Thermal Modification of Color in Red Alder Veneer. Part II. Effects of Season, Log Storage Time, and Location of Wood in Stems

Derek W. Thompson, Robert A. Kozak, Philip D. Evans


The value of red alder lumber is diminished by discoloration caused by the enzyme-mediated polymerization of the diarylheptanoid xyloside, Oregonin that results in the formation of red-colored chromophores in freshly felled wood. This discoloration can be reduced by pre-steaming wood prior to kiln drying of lumber or veneer slicing, but in practice, there is still variation in the color of heat-treated wood, particularly in veneer sliced from heat-treated cants processed at different times of the year. There is seasonal variation in the concentration of Oregonin that is involved in the discoloration of red alder wood and it is hypothesized here that heat-treated red alder wood will be redder and darker when the wood is obtained from logs harvested during spring when the concentration of Oregonin is known to be higher than in other seasons. The aim of this research was to test this hypothesis, and also examine the effects of log storage time and location of wood in stems on the color of heat-treated red alder wood. The color of red alder wood subjected to an isothermal heat treatment at 70°C was strongly influenced by the season in which parent trees were harvested and the length of time that logs were stored prior to heat treatment of wood. In particular, wood harvested in spring and stored for 2 wk prior to heat treatment was significantly darker than similarly treated wood obtained from logs harvested in other seasons, and redder than wood harvested in summer and winter. If the storage time of logs harvested in spring and summer was extended to 4 wk, however, the heat-treated wood became lighter and less red. Heat-treated wood from the inner part of the logs was redder and darker than heat-treated wood from the outer part of the logs except occasionally, when the outer sapwood was obtained from logs harvested in spring or summer. Careful control of log storage time, heating temperature, and duration of heat treatment could be used to minimize seasonal variation in the color of veneer sliced from heated red alder cants.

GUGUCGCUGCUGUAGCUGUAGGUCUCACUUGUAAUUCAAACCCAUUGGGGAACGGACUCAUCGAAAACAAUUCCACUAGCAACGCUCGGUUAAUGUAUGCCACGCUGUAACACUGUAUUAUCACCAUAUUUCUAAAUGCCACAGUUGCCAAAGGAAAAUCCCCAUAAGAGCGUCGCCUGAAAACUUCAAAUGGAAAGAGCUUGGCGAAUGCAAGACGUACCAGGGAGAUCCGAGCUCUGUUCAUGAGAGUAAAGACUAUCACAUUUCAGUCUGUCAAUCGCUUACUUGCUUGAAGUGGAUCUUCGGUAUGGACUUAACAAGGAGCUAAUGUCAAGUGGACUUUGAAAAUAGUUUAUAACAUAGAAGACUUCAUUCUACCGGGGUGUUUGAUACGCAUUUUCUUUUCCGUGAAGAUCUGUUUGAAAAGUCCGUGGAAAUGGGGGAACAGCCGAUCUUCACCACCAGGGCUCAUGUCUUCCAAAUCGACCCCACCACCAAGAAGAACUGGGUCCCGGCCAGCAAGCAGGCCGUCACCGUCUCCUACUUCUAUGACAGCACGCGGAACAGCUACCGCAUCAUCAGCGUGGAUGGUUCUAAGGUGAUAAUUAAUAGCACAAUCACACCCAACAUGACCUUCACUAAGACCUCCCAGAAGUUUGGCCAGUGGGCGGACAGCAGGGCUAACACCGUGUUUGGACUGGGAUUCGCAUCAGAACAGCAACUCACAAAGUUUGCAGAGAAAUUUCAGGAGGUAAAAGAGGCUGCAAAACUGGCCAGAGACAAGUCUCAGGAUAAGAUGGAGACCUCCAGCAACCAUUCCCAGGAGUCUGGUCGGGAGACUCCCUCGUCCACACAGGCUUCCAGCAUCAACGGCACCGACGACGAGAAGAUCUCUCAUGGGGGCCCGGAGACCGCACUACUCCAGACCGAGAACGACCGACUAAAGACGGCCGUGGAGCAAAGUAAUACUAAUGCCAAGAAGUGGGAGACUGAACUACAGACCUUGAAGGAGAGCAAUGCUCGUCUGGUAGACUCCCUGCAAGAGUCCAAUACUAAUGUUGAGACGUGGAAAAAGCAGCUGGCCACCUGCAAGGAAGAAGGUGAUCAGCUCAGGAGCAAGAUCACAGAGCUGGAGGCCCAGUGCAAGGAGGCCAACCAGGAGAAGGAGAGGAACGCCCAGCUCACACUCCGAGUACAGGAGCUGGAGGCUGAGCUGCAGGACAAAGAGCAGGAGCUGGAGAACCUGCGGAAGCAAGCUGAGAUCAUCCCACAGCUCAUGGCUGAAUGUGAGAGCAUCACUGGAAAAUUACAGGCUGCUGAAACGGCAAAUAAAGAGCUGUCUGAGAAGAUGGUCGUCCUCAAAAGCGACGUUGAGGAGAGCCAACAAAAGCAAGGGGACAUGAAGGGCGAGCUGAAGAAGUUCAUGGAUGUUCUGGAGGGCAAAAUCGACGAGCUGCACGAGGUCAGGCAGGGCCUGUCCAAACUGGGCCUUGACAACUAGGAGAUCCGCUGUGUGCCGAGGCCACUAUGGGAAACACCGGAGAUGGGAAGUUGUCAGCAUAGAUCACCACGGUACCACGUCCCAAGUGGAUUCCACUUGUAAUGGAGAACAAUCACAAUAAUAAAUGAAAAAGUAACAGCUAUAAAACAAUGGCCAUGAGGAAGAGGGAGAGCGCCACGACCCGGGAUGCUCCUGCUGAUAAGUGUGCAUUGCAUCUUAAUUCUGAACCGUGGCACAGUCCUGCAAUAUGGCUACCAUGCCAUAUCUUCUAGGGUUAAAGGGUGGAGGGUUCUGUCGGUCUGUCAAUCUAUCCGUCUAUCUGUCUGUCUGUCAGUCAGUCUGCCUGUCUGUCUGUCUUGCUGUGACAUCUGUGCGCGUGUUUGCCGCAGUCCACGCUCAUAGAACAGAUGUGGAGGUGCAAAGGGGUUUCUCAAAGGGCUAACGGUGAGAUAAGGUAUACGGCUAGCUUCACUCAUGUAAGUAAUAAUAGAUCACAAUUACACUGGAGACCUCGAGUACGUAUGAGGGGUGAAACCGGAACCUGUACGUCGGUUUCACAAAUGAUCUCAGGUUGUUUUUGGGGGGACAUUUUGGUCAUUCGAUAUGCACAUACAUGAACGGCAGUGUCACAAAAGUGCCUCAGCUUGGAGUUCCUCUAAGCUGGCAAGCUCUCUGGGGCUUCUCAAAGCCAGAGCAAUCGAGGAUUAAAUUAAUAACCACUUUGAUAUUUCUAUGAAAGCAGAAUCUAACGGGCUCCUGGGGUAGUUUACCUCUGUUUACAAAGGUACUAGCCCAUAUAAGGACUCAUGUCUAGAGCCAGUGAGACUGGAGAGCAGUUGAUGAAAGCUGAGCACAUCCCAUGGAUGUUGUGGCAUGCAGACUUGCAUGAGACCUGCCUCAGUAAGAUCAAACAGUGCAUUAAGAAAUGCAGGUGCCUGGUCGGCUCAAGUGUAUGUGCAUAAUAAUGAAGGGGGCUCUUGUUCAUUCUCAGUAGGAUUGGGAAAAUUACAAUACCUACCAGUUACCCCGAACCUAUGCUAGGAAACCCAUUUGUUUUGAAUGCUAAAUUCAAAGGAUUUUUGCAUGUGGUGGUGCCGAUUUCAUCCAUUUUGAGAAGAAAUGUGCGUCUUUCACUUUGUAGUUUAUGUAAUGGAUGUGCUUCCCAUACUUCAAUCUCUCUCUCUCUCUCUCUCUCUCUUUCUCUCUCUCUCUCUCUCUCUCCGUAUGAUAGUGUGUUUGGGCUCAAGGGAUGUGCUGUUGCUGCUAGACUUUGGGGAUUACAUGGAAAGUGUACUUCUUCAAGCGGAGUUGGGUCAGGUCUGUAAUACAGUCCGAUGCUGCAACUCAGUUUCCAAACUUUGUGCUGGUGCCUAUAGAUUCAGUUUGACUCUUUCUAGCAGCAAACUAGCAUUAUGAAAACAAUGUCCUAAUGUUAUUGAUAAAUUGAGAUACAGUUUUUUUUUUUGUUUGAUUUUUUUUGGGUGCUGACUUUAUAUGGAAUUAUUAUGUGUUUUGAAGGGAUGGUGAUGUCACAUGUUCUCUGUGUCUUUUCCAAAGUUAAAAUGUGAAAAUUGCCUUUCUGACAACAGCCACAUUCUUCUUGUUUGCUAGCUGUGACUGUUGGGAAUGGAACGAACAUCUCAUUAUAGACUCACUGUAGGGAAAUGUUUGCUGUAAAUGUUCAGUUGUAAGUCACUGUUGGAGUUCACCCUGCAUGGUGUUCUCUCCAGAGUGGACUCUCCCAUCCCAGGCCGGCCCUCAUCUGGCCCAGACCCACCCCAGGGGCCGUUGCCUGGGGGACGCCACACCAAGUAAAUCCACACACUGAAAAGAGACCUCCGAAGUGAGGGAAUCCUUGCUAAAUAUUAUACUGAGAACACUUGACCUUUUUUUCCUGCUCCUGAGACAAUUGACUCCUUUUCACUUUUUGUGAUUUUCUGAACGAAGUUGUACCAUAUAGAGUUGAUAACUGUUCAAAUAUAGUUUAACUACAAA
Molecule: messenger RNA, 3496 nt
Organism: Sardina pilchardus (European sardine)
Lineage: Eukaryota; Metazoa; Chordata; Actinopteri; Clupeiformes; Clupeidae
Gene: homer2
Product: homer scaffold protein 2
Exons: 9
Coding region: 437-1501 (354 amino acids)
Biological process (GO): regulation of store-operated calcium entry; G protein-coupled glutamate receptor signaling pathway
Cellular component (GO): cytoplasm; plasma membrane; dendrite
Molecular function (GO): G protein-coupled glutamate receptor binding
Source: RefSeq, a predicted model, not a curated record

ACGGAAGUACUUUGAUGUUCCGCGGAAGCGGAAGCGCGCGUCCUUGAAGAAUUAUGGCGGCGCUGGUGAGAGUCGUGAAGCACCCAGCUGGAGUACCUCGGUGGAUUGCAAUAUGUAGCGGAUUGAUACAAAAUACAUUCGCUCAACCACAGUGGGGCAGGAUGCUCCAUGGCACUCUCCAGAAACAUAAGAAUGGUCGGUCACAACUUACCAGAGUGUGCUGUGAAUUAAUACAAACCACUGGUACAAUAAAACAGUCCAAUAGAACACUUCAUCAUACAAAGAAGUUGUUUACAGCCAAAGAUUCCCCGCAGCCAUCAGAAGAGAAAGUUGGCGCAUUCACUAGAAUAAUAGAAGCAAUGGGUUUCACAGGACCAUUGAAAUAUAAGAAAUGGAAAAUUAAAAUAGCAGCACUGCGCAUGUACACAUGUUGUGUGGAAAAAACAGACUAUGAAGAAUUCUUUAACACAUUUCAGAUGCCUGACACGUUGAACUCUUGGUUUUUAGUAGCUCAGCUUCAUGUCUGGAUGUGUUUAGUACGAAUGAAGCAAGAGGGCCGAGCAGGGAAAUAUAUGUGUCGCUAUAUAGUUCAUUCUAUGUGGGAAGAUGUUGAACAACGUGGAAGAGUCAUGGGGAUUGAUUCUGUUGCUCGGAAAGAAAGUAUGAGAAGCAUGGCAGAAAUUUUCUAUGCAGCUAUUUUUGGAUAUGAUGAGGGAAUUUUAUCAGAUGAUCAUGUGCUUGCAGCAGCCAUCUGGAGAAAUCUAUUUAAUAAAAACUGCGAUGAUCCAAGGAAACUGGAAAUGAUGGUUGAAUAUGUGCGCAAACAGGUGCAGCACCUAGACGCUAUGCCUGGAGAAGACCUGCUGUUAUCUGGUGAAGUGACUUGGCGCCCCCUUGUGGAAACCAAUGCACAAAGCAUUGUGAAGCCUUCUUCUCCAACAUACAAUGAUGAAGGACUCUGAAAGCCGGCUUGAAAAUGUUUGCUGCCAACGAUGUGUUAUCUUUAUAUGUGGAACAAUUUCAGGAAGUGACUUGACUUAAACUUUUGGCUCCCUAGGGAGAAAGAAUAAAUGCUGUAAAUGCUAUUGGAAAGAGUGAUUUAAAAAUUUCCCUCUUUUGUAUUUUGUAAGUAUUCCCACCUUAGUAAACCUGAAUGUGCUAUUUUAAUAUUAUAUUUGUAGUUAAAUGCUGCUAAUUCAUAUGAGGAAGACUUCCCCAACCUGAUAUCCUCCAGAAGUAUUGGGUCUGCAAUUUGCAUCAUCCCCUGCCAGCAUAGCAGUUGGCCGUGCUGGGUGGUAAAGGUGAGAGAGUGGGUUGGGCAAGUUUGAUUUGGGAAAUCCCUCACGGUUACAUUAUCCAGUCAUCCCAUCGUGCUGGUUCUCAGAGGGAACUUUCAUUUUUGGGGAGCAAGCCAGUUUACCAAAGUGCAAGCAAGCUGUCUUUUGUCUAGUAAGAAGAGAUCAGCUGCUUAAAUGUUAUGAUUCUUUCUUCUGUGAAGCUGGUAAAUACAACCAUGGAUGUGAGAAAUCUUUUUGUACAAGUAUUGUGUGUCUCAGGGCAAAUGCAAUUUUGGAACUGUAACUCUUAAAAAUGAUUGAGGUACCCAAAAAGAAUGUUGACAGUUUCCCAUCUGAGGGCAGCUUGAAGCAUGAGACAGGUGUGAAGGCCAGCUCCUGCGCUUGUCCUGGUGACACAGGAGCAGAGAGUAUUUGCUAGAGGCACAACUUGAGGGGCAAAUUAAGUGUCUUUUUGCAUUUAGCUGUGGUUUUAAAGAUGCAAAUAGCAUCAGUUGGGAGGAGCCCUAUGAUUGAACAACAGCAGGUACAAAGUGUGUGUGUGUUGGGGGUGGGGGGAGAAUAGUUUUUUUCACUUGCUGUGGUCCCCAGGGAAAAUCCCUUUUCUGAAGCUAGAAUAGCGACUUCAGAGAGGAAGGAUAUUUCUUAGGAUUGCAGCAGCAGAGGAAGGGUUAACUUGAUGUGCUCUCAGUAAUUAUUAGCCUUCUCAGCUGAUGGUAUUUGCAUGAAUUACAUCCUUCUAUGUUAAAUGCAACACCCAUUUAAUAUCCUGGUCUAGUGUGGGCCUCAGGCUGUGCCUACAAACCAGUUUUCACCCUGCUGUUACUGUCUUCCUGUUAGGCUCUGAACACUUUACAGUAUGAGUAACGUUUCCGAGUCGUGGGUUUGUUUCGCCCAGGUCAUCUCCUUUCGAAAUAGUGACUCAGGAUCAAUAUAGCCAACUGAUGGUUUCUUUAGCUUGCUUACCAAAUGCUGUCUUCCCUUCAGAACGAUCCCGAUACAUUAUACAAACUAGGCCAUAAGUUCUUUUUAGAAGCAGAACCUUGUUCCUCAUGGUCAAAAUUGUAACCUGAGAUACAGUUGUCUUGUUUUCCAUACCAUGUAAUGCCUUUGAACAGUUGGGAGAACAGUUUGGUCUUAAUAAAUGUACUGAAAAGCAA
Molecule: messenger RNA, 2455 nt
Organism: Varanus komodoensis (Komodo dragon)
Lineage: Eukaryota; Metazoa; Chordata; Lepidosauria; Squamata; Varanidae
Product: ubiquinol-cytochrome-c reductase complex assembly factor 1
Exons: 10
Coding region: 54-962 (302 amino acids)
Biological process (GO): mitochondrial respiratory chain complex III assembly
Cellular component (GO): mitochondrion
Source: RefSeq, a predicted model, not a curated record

Red alder;veneer;color;heat-treatment;season;storage time;diarylheptanoid xyloside;Oregonin;sapwood

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